“ … a career curveball … ”
With respect to all concerned, a beginner’s guide to psych-dub wanderers Dead Sea Apes wasn’t – we imagine – being demanded by many. Recondite nonetheless rounds up some previously live-only recordings, some compilation-only cuts too, even some covers and then splices them all with alternate takes of some of the Manchester band’s biggest “hits” to date. Recondite isn’t just then the catalogue-spanning and exquisitely esoteric curio it proudly proclaims itself to be; it’s a career curveball too, albeit a welcome one. At 11 tracks spanning 80 minutes, you certainly get your money’s worth as well and the download version comes with three more bonus tracks if you’re so inclined! Brevity never was their speciality though.
Prior to jumping in at the deep end of delayed dub on last year’s mind-bendingly titled Sixth Side Of The Pentagon, Dead Sea Apes were equally purveyors of heavy-psych menace and fizzy bout of insistence. The monolithic “True Believers”, for example, from the Spectral Domain album is as good a reminder of this as any, its crushing and downright dangerous repeats heaving into being from simmering ambience as if a Titan crawling out of the bedrock. Keeping things loud, the wah on “Planet V” gets wilds and distorted, streaming out of rumbling kraut like the Ghostbusters’ proton packs. Starting in subtlety, the meandering echoes of “Universal Translator” piece themselves together in turn like percussive nanobots, an ominous bassline foreshadowing the exhilarating switch-up to fuzz pedals that sets a collision course for the heart of chug.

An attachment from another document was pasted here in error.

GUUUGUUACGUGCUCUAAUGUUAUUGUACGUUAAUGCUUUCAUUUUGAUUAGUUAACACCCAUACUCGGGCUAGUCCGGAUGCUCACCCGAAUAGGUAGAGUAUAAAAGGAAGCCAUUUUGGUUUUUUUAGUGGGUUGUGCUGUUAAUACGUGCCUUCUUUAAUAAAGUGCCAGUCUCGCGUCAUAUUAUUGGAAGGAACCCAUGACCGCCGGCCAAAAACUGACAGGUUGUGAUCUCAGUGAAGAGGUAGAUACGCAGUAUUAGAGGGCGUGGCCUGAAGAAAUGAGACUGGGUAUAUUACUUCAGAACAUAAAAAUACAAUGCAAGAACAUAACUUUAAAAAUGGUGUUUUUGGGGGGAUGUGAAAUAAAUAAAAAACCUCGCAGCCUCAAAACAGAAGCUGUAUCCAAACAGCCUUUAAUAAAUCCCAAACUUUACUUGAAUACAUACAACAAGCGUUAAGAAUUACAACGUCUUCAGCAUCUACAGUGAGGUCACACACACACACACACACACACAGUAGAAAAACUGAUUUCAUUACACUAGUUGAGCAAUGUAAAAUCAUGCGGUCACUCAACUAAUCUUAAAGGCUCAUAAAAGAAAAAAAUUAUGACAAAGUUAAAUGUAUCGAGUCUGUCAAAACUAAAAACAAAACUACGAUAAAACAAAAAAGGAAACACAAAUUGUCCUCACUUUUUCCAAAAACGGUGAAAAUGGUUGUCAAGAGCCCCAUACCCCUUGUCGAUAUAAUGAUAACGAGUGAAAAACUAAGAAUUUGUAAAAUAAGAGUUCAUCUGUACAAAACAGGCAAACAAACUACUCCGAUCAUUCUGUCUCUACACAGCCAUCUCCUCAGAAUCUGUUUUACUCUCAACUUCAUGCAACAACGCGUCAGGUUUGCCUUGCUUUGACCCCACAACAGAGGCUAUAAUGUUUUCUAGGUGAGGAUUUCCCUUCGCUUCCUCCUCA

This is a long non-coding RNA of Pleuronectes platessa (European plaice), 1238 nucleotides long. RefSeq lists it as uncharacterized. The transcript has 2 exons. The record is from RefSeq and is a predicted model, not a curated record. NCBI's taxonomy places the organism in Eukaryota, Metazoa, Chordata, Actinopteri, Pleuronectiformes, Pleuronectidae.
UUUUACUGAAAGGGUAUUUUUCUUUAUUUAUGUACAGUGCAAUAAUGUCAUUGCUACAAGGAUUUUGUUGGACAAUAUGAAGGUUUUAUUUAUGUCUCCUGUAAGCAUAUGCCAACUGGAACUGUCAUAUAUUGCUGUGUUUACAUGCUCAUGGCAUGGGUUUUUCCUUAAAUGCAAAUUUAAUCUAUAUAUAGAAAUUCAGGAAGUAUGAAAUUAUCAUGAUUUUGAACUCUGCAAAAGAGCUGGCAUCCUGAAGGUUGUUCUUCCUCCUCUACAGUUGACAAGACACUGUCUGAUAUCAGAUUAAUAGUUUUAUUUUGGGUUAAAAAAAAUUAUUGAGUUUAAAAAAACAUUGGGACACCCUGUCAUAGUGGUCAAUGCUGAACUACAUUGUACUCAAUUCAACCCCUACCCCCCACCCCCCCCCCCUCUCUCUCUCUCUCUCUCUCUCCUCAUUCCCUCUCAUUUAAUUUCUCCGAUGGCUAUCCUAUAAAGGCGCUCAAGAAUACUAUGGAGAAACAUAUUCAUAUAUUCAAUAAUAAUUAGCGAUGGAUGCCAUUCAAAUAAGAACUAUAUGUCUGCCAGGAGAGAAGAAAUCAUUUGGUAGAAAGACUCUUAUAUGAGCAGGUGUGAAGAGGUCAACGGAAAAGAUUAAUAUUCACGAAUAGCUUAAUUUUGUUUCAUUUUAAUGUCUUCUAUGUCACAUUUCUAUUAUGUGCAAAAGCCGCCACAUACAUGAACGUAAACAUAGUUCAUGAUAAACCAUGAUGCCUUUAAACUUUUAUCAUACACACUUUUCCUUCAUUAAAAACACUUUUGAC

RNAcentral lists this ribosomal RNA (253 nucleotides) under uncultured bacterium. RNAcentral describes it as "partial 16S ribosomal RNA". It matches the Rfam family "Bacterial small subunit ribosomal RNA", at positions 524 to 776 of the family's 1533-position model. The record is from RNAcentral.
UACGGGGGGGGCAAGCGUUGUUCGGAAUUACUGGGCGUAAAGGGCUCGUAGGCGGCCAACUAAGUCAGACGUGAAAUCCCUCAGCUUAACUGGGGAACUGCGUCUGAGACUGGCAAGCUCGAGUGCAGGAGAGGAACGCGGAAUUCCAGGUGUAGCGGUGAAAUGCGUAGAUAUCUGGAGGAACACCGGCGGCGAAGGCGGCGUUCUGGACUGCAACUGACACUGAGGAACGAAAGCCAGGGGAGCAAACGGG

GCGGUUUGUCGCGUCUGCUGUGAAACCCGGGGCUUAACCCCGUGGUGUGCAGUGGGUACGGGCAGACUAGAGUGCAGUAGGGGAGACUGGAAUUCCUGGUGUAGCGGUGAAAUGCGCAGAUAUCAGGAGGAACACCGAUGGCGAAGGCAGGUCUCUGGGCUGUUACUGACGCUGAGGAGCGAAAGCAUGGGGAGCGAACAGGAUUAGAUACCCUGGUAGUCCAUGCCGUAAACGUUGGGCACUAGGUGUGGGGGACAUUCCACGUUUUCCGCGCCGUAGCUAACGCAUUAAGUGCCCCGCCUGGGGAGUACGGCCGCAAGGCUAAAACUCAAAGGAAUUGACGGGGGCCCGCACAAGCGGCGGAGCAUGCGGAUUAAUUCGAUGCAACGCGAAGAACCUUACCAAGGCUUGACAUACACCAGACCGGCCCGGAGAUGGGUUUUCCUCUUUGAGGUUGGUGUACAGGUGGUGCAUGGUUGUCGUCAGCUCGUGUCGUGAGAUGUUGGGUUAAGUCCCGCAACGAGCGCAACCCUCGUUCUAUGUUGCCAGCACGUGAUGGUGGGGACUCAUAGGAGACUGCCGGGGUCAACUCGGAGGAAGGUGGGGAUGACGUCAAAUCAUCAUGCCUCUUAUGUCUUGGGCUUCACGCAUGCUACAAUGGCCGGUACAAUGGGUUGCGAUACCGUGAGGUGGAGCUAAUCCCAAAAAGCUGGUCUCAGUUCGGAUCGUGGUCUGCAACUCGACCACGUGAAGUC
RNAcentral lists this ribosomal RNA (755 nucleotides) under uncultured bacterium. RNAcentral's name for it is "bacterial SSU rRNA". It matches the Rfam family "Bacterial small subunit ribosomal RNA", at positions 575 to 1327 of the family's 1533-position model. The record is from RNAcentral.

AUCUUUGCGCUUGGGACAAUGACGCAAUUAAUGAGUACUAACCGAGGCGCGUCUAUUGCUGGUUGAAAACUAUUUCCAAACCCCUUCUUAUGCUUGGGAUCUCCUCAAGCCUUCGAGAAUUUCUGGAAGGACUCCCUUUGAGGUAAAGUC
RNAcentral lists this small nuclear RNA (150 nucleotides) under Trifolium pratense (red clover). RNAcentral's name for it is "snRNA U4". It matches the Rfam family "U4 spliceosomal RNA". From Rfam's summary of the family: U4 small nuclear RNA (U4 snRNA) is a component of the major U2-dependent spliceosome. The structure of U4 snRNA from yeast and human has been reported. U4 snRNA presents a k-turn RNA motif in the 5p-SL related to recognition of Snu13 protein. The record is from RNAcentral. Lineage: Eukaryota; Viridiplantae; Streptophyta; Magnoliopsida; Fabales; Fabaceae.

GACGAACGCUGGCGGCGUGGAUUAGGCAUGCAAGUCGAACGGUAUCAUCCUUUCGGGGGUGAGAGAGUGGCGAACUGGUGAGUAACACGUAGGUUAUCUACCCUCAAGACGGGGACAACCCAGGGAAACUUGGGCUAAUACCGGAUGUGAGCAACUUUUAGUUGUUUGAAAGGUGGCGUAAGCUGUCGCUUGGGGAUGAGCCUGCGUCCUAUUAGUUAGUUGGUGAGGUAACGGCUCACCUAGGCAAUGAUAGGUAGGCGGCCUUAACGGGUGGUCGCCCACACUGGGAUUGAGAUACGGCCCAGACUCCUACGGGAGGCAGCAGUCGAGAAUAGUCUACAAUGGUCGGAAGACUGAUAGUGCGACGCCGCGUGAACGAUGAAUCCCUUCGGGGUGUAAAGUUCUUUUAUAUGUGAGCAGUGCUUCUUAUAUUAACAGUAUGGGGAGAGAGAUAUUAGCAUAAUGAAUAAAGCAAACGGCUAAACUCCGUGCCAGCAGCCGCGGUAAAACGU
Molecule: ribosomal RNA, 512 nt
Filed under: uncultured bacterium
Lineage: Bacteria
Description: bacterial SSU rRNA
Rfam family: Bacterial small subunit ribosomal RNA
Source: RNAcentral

Only recently experimenting with a vocal in their work, Recondite harvests the work of artist and writer Adam Stone afresh for a reworked version of 2017’s “Tentacles”, his intense spoken/shouted word rippling out across time and space and on into an acidbath of noise. A cover of the Skip Spence of Moby Grape single, “Land Of The Sun” comes alive thanks to Canadian country singer Gabriel Minnikin’s gruff spoken parts that gives the pummelling zoner a strong Death In Vegas vibe while instrumental tribute song “The Recognition” suffocates on poignant string-drones, smearing them out into post-rocking gloom.
There’s even time to give latter-day Kraftwerk jammer “Rückstoss Gondolière” a freewheeling, outdoorsy lease of life and it’s really quite breezy in the company of tracks such as the motorik-heavy stab at Brian Eno and kraut legends Harmonia’s “Vamos Compañeros”. Sandwiched in between this pair comes a reworking of “Threads” from the High Evolutionary album, “Rethreads”, a back-masked oddity that snaps and slithers in alien movements. At moments like this it’s perhaps time to take a step back and appraise Dead Sea Apes entirely on their own terms; they’re evidently a band quite unlike any other and this window into their world – despite its obvious length – still seems frustratingly fleeting.